The promoters of the Oscar contender movie Inside Llewyn Davis, created controversy earlier this year. They used the tweet of well-known film critic AO Scott to promote the movie in a New York Times ad.  They did this despite Scott refusing to give them permission. The controversy was fortunately amicably resolved.

If, as a minimum, you consider the following two issues, you will probably be going a long way to avoiding any trouble which may not be as easily resolved.

Twitter’s terms and conditions

Before using Twitter as part of a campaign, consider Twitter’s terms. Twitter makes three important points.  These are that:

  • The rights to any content submitted, uploaded or displayed on or through Twitter are retained by the person who posts the content;
  • Because it respects the content (intellectual property) rights of such people, it will respond to any valid notices of alleged copyright infringement; and
  • Importantly, you need to get “the users’ permission before using their content on a commercial durable good or product or creating an advertisement that implies the sponsorship or endorsement on behalf of the user or…uses of Twitter Content that features the name, likeness, or identifying persona of a person.

Twitter’s terms will not govern any use of Twitter content posted outside of the Twitter services, which makes the second point important.

Laws relating to intellectual property, dignity and privacy

It may be tempting to think that no real harm could come of using tweets in a print, online of television campaign, where Twitter’s terms would not apply.

We sometimes forget that celebrity figures take great pride in their image and for the most part, are obsessive compulsive about who may exploit their image (including their words or tweets in this case).

A celebrity whose tweets are used, without permission, to promote your client’s brand, may argue that he or she should be compensated. Because the celebrity probably owns copyright in the tweets, he or she will argue that his copyright has been infringed. This may then result in a copyright infringement claim.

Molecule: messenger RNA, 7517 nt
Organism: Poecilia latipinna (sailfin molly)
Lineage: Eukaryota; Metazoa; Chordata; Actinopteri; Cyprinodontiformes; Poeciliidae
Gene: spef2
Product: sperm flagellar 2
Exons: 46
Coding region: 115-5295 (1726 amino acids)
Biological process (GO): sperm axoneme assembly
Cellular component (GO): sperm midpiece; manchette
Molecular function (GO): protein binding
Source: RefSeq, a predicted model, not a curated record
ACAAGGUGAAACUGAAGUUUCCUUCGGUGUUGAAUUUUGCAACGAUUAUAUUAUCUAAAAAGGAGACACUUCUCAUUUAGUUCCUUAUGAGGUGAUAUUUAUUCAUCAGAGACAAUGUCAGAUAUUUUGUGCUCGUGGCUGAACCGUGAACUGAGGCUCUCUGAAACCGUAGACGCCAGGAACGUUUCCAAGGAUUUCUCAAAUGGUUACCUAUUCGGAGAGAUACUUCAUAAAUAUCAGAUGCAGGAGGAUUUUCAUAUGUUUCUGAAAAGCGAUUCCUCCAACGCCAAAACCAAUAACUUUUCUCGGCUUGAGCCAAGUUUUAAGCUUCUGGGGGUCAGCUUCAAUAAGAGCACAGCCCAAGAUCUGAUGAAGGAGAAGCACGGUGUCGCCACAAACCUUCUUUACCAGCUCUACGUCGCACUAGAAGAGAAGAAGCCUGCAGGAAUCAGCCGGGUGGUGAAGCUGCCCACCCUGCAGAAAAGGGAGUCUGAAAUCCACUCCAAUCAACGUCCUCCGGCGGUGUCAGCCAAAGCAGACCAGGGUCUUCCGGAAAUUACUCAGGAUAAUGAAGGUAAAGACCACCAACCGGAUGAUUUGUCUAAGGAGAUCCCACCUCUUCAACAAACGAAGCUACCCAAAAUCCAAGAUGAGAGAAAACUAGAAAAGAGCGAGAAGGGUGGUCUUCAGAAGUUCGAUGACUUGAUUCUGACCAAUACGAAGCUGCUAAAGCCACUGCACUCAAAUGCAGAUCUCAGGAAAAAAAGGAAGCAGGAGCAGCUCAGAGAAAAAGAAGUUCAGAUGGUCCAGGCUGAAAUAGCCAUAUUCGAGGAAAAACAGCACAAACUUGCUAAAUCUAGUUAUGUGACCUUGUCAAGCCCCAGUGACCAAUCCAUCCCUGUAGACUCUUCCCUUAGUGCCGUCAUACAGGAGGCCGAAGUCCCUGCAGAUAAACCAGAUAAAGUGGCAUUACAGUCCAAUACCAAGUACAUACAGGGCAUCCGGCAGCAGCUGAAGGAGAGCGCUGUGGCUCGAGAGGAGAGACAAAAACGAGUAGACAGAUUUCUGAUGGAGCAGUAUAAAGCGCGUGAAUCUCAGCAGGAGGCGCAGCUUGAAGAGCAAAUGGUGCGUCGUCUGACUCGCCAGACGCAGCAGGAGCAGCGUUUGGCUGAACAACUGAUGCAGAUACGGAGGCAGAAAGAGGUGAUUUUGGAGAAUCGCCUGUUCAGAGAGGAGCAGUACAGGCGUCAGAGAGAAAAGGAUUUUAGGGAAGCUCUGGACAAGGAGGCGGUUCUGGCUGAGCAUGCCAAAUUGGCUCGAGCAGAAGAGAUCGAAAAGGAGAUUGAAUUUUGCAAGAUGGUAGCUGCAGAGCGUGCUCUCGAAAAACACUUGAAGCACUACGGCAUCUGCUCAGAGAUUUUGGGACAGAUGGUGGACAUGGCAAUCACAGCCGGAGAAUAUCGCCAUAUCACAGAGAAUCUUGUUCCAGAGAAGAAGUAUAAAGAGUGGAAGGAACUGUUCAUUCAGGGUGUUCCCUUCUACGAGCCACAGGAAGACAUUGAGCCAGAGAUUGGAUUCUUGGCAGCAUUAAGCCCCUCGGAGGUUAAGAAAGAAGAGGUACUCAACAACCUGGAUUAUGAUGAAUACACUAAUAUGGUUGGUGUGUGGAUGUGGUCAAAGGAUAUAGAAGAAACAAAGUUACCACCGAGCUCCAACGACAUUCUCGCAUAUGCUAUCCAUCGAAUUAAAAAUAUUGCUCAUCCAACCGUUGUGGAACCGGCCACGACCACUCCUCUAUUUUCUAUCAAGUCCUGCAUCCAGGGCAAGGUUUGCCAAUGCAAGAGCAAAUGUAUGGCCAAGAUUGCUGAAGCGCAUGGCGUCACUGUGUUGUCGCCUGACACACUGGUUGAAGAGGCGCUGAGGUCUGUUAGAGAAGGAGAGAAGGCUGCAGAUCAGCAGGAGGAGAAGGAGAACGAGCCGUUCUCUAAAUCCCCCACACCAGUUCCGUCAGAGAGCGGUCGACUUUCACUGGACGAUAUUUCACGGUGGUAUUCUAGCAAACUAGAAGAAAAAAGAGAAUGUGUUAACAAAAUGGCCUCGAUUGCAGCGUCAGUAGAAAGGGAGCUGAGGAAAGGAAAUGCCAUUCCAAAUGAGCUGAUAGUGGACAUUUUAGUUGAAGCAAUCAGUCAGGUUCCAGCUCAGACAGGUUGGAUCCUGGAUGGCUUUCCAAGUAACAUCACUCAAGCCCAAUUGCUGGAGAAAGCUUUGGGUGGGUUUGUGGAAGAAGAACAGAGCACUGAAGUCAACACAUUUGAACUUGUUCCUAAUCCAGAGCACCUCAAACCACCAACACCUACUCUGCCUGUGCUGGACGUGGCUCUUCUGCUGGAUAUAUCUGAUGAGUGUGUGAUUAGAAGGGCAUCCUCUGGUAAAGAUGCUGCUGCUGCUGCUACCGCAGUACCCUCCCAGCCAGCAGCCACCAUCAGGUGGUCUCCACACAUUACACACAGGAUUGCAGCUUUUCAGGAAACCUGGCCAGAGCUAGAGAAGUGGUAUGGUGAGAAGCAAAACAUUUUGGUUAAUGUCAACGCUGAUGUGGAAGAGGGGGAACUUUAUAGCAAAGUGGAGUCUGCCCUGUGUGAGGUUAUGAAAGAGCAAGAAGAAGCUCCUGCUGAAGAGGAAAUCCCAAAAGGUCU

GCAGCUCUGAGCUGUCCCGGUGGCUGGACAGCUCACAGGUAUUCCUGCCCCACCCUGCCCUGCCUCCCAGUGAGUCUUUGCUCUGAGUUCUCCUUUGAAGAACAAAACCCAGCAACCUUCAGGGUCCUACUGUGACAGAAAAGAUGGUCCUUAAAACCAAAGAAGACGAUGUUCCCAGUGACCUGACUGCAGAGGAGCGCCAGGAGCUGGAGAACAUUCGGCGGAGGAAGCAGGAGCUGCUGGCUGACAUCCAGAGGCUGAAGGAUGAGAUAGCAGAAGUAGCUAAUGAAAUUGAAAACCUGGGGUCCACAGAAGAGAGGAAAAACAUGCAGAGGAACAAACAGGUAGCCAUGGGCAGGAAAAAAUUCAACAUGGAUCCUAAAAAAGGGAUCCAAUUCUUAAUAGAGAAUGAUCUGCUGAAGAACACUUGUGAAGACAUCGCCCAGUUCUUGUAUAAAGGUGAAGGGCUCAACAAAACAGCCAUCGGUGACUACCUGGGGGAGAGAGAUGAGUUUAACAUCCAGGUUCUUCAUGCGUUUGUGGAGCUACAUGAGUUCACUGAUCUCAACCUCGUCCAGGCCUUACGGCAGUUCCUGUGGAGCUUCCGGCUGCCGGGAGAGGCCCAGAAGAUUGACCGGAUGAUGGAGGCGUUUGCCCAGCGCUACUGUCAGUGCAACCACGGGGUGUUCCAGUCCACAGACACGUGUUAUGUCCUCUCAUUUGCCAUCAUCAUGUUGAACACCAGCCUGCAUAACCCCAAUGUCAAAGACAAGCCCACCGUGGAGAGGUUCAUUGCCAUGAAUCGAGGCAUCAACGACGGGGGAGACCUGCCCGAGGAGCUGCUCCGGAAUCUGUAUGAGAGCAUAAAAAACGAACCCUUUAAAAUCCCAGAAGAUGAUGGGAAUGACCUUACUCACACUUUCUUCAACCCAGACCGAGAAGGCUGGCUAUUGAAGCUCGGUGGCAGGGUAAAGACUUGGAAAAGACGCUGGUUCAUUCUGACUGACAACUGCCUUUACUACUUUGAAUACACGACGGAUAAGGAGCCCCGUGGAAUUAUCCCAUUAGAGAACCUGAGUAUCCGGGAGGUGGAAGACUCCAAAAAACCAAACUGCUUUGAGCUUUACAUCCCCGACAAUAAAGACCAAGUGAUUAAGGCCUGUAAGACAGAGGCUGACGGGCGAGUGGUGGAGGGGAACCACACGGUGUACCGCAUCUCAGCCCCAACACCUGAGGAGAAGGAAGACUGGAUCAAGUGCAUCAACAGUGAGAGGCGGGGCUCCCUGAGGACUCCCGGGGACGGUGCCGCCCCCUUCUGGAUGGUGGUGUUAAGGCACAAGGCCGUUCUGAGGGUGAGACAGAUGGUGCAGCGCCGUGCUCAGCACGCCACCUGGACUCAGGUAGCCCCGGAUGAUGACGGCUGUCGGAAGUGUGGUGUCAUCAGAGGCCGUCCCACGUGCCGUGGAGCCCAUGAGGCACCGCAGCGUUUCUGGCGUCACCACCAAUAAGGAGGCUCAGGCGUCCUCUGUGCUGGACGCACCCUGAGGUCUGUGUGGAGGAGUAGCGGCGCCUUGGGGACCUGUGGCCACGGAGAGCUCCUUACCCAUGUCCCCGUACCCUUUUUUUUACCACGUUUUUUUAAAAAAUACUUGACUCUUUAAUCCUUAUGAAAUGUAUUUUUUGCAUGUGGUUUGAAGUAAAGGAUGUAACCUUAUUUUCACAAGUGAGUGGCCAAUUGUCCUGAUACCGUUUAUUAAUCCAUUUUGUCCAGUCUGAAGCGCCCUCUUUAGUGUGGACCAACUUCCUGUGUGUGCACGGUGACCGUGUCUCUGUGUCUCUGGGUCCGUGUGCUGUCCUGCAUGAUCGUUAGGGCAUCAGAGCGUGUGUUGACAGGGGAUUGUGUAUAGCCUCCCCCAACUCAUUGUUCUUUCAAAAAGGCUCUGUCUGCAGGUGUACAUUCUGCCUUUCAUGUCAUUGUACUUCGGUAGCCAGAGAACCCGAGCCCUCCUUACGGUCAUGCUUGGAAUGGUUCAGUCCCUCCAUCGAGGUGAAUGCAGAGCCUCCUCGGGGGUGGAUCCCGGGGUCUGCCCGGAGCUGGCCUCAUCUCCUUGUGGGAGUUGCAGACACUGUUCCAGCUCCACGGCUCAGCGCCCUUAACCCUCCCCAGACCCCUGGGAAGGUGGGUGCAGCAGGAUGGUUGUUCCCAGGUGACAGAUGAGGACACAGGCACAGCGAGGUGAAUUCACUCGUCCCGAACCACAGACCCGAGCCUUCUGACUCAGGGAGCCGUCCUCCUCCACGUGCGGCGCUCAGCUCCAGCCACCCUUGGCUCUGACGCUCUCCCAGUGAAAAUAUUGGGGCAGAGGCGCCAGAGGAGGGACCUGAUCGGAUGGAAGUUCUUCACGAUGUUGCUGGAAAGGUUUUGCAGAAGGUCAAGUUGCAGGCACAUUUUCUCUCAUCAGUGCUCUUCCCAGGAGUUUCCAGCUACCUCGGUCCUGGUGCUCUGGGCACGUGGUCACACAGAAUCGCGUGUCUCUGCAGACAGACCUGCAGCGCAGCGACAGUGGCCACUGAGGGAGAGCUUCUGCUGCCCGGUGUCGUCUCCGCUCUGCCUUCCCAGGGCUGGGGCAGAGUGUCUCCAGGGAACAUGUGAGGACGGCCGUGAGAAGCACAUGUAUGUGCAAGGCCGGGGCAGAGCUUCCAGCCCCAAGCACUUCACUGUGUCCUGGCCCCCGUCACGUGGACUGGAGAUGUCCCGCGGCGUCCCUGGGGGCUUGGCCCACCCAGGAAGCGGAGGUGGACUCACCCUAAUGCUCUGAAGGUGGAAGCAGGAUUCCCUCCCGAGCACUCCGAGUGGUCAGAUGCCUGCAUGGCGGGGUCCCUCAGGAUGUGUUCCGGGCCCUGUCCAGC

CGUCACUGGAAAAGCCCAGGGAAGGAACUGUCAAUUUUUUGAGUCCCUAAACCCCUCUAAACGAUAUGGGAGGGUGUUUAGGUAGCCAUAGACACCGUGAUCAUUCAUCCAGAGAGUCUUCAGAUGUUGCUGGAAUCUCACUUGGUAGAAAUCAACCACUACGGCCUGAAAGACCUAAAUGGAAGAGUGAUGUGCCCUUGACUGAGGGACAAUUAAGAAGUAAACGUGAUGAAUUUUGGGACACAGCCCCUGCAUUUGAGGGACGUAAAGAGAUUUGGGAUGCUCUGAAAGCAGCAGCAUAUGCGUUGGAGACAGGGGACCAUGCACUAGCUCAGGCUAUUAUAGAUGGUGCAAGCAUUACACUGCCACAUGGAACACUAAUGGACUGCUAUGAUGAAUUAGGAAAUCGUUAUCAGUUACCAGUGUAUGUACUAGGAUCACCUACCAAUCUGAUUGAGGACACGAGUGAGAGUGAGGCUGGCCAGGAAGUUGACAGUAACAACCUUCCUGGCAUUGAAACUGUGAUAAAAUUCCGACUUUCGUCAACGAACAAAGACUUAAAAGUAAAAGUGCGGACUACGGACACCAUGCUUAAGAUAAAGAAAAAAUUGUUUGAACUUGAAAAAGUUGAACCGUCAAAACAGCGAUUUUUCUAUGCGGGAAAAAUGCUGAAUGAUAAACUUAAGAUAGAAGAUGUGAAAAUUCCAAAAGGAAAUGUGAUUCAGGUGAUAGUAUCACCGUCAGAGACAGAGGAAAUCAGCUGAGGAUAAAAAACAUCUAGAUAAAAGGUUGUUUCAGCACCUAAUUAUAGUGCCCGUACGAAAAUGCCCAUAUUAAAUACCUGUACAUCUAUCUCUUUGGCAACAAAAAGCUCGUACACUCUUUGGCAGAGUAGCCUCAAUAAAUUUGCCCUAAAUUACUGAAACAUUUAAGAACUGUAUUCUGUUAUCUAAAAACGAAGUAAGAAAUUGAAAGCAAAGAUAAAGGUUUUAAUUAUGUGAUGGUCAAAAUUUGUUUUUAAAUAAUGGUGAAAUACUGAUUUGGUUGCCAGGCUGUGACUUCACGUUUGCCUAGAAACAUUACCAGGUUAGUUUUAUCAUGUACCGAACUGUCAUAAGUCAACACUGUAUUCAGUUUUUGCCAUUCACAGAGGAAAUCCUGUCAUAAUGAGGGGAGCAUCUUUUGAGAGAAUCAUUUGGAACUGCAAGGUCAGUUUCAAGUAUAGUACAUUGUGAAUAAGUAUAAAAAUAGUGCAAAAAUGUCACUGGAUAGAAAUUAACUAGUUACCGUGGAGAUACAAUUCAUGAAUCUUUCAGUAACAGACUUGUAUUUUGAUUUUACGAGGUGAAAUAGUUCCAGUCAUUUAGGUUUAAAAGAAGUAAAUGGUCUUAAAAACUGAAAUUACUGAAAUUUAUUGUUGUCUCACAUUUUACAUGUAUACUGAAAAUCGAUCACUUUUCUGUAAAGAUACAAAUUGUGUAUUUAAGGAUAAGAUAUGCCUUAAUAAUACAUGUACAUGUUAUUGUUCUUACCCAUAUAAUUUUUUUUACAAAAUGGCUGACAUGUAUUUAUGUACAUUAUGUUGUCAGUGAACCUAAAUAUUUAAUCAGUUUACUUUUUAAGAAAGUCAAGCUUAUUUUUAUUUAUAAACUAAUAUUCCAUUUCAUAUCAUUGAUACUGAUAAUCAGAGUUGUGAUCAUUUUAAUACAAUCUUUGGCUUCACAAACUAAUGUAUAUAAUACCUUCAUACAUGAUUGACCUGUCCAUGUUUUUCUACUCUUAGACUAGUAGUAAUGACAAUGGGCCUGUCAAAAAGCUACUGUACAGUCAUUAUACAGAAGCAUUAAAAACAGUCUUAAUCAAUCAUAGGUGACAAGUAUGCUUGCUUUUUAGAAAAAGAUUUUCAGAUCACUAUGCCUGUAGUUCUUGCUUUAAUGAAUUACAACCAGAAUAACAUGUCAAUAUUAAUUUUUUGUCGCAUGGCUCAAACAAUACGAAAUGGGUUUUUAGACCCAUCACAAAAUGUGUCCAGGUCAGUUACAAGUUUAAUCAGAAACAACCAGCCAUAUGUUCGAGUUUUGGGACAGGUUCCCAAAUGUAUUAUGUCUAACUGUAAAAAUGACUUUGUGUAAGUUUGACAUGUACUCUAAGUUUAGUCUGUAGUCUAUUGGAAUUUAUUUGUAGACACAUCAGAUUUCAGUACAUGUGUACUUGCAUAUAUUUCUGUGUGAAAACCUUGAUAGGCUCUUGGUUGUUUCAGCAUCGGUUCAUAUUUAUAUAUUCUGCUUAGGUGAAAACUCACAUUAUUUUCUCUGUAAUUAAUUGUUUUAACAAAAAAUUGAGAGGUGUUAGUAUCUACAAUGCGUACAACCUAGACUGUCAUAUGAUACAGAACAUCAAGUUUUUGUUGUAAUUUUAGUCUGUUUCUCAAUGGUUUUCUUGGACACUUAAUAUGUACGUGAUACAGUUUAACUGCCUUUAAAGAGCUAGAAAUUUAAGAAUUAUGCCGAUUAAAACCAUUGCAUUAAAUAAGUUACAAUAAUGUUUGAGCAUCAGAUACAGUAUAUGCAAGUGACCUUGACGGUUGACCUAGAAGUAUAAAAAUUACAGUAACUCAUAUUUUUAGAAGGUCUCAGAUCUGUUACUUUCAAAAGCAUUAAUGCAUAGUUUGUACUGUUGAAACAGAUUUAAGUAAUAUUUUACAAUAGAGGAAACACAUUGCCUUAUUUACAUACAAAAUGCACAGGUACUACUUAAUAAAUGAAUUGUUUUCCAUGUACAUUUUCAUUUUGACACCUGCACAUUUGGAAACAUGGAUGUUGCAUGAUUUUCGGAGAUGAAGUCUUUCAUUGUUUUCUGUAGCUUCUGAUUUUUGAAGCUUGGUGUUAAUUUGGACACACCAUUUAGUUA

Another argument that a celebrity may raise is that his or her right to personality, dignity and privacy has been infringed. Examples of celebrities raising these arguments include:

  • Vanna White, a well-known game show host who hosted “The Wheel of Fortune” in the 1980s. Vanna’s outfit for the show was usually a long gown, blonde wig and ostentatious jewellery. Samsung ran a series of adverts, where it had a female shaped robot, dressed in a gown, wearing a blonde wig and large jewellery, to advertise its VCRs. Vanna successfully took action against Samsung claiming that the advert clearly referred to her and implied that she endorsed Samsung’s product.
  • Kim Kardashian, who took on clothing store – Old Navy. Old Navy ran an advertising campaign featuring a model who resembled Kim. Kim instituted a lawsuit claiming that the campaign was intended to mislead the public into believing that she was appearing in the campaign.  The matter was eventually settled.
  • Television personality Basetsana Kumalo, who instituted action against Cycle Lab, a cycling goods retailer. The action was based on Cycle Lab’s use of a photograph of her in an advertisement, without her consent.  Basetsana’s action was successful.

So, very much like White’s outfit, and Kim and Basetsana’s images, celebrities could argue that their tweets could be regarded as an extension of their image or personality and that their right to protect these had been infringed.

There haven’t been many cases similar to Scott’s, so this area of the law still needs to be clarified.  For now, we suggest that you read Twitter’s terms and conditions (they’re really not that complicated) and wherever possible, try to get the celebrity’s consent before using his or her tweet.